The effects of time and aging on the face are unavoidable. Skin eventually loses its strength and elasticity; skin, fat and muscles thin. Sun damage and smoking greatly accelerates these changes. The skin and muscles of the face and neck increasingly sag. A face lift cannot stop this aging process, but it can help diminish some its signs. A face lift is a cosmetic procedure that repositions sagging skin and muscles and then removes the excess skin to achieve a more vigorous and youthful appearance.
What exactly is a face lift?
Now-a-days there are so many kinds of “lifts” that it has become confusing. First of all, there is no standard procedure. Virtually every surgeon uses their own minor modifications that they then vary from patient to patient as needed.
The term “face lift”, also called a rhytidectomy, traditionally meant a procedure to reposition and remove excess skin, fat and muscle as needed on the side of the cheek, the jowls, and under the chin and neck. This is also more precisely referred to as a “cheek-neck lift” or “face and neck lift”.
If the neck is the only area sagging then a “neck lift” is performed. If the eyebrows need to be repositioned it is called a “brow lift”, or “forehead lift”. When a brow lift is performed in conjunction with a face lift the procedure may be referred to as a “total face lift”.
Terms such as “mini-lifts”, “lifestyle lifts”, S-lifts, “cheek lifts” etc., means whatever the user wants it to mean, but basically refer to some minor modifications of existing face lift techniques.
Who is a good candidate for a face lift?
When you look in the mirror and you see the “extra skin” in the cheeks, jowls or neck is starting to sag, then its time to start thinking about a “lift” procedure. Most patients are over the age of 45. Patients in their 80’s have also benefited. Whatever the age, surgical candidates must be in good overall health. Those with any health issues should obtain clearance from their medical doctor. As with any cosmetic plastic surgery, realistic expectations are important. Patients need to fully understand what the procedure can and cannot achieve. You should have all your questions answered before the surgery. Just as importantly, you should listen carefully and completely to your surgeon’s answers and explanations.
Is a face lift the only way to improve the appearance of an aging face and neck area?
No. Non-Surgical Injections, Fat Transfers and Laser Skin Treatments may achieve results superior to traditional face lifts. The key is how much sagging and skin redundancy is present. One way to test this is to sit on the edge of a bed and looking into a hand mirror, bend over, then lie on your back. If the folds and sags are worse when you bend over and then noticeably better when you are on your back, then you are a good candidate for a lift procedure.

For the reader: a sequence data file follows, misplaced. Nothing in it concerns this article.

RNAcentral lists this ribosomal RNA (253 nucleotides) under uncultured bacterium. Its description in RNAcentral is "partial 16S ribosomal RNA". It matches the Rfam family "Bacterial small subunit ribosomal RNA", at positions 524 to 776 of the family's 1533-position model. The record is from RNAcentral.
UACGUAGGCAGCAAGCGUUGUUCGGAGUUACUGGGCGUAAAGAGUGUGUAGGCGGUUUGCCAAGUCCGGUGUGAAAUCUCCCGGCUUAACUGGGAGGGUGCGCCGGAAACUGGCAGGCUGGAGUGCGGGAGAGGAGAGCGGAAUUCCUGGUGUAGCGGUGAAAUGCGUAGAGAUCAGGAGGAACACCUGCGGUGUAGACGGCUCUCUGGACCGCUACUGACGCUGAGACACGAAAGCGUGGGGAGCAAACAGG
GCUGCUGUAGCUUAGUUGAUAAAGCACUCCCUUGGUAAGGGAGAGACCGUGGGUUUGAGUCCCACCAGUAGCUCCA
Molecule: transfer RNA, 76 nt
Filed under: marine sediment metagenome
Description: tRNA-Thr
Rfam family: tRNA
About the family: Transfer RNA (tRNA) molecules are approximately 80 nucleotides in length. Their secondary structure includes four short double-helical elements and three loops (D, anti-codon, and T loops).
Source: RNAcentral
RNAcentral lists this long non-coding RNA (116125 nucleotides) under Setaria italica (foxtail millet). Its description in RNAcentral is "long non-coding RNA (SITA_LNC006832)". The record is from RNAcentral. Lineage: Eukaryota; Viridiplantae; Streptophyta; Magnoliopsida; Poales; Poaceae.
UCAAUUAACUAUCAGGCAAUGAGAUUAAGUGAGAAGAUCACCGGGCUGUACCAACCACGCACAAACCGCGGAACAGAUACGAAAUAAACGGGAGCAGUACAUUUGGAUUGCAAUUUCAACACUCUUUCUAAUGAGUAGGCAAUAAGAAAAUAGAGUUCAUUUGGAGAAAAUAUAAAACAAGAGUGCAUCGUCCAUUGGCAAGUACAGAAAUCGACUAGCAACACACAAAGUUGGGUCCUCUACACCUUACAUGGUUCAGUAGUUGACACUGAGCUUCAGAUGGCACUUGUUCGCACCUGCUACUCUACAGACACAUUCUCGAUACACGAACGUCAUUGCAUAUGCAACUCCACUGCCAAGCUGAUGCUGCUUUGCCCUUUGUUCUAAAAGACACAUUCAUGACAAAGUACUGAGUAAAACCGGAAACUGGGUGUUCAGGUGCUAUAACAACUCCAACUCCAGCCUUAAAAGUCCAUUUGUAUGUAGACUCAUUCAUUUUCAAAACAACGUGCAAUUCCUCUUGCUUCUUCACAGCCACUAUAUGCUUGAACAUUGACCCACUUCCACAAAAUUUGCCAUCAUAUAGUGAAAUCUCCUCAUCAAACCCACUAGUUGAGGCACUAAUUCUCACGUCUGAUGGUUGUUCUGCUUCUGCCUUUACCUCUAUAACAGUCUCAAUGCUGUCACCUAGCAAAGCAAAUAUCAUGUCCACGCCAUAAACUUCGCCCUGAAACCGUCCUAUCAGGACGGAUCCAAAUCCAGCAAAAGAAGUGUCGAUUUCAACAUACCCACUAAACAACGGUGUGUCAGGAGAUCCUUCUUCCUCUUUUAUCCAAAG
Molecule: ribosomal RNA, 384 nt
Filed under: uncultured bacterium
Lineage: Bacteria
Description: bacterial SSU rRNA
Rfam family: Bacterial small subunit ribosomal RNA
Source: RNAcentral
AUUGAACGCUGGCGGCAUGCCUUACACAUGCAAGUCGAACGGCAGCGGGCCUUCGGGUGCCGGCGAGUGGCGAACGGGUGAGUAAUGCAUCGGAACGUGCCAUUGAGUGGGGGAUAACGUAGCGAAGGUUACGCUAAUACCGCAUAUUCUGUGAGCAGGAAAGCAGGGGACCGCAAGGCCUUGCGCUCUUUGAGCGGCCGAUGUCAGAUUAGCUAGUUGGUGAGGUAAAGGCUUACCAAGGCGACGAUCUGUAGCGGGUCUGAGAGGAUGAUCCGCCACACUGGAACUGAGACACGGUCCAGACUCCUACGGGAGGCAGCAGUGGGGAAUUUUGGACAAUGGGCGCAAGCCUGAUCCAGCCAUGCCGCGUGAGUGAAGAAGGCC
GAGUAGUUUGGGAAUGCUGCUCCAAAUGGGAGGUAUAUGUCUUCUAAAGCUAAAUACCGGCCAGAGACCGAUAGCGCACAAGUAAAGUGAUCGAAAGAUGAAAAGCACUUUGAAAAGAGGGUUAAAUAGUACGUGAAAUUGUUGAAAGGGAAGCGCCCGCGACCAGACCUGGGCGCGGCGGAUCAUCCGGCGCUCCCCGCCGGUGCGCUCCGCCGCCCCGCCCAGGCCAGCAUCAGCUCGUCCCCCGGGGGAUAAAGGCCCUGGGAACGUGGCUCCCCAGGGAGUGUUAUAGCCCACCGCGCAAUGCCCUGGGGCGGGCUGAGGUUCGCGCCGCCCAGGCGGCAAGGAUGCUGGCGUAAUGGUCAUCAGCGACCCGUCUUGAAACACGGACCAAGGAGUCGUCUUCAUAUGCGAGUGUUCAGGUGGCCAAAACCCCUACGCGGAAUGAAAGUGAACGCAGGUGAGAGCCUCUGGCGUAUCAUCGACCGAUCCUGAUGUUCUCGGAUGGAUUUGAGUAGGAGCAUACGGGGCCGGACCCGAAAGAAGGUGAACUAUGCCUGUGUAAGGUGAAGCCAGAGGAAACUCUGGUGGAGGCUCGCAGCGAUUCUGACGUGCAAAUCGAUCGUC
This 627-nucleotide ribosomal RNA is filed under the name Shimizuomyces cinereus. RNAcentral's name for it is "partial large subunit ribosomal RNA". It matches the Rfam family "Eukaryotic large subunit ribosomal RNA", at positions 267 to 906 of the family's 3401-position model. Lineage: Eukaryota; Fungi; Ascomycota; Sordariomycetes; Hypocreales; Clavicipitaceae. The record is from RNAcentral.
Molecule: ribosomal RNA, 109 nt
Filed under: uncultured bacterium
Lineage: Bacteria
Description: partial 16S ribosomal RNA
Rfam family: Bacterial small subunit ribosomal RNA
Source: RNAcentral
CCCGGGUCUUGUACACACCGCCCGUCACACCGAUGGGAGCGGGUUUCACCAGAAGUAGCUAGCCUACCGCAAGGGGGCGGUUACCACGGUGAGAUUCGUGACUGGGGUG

Non-surgical procedures are indicated when there is little or no sagging and the primary result of ageing is loss of facial volume. The best test for this is to carefully and honestly compare photos from your late teens and twenties such as from your year book, wedding, or other professional photos with your present appearance. Has your face become narrower? Are there depressions under your eyes or in the cheeks? Have the lips thinned? Has the chin receded and are their depressions in front of the jowls? Then restoring volume is important for you to create a youthful look.
Laser skin treatment is best for smoothing wrinkles and will produce some skin tightening. But will not replace a lift procedure when there is a lot of skin redundancy.
Depending on the circumstances, a single approach, a combination of two or all three approaches may be needed to produce your optimum result.
How is a Facelift Performed?
A facelift is performed by making an incision around the ear which depending on the type of lift may extend behind or along the hairline in the temple and behind the ear. The skin is elevated and the muscle and connective tissues are then pulled and tightened to improve sags and wrinkles. Excess skin is removed, and tightened. Liposuction may also be performed to remove excess fat. Sutures are used to close the incisions, and protective bandaging will be applied.
Depending on what variation of facelift is performed the procedure typically requires from one to four hours, and healing can last anywhere from three days to three weeks.
Healing after a Facelift
Proper healing after a facelift is paramount to achieving ideal results. Patients must be cautious, diligent and follow their doctor’s recommendations exactly to guarantee successful recovery.
Sutures are typically removed about 7 days after surgery. During the initial period of healing, it is common to have some pain, tightness, swelling and bruising. Using cold compresses and pain management medication will alleviate these unpleasant effects.
Keep your head elevated to reduce the risk of swelling; The dressing is removed between 24 and 48 hours. You may then gently wash your hair and face.
It’s important to keep your scheduled follow-up visits so Dr Perry can monitor the healing process. Report any extreme discomfort, and if you have any concerns at all, don’t hesitate to contact Dr. Perry.
What are the risks associated with a face lift?
Face lifts are a commonly performed procedure, and when done by a skilled, experienced surgeon such as Dr Perry, problems are extremely rare. The few that do exist include:
Bleeding collecting under the skin
Injury to motor nerves
Numbness is common but improves with time
Take the first step:
If you are considering a face lift, schedule a consultation with Dr Perry. At your consultation Dr. Perry will carefully listen to your concerns and goals, perform the appropriate examination, answer any questions and explain your options often using computer imaging.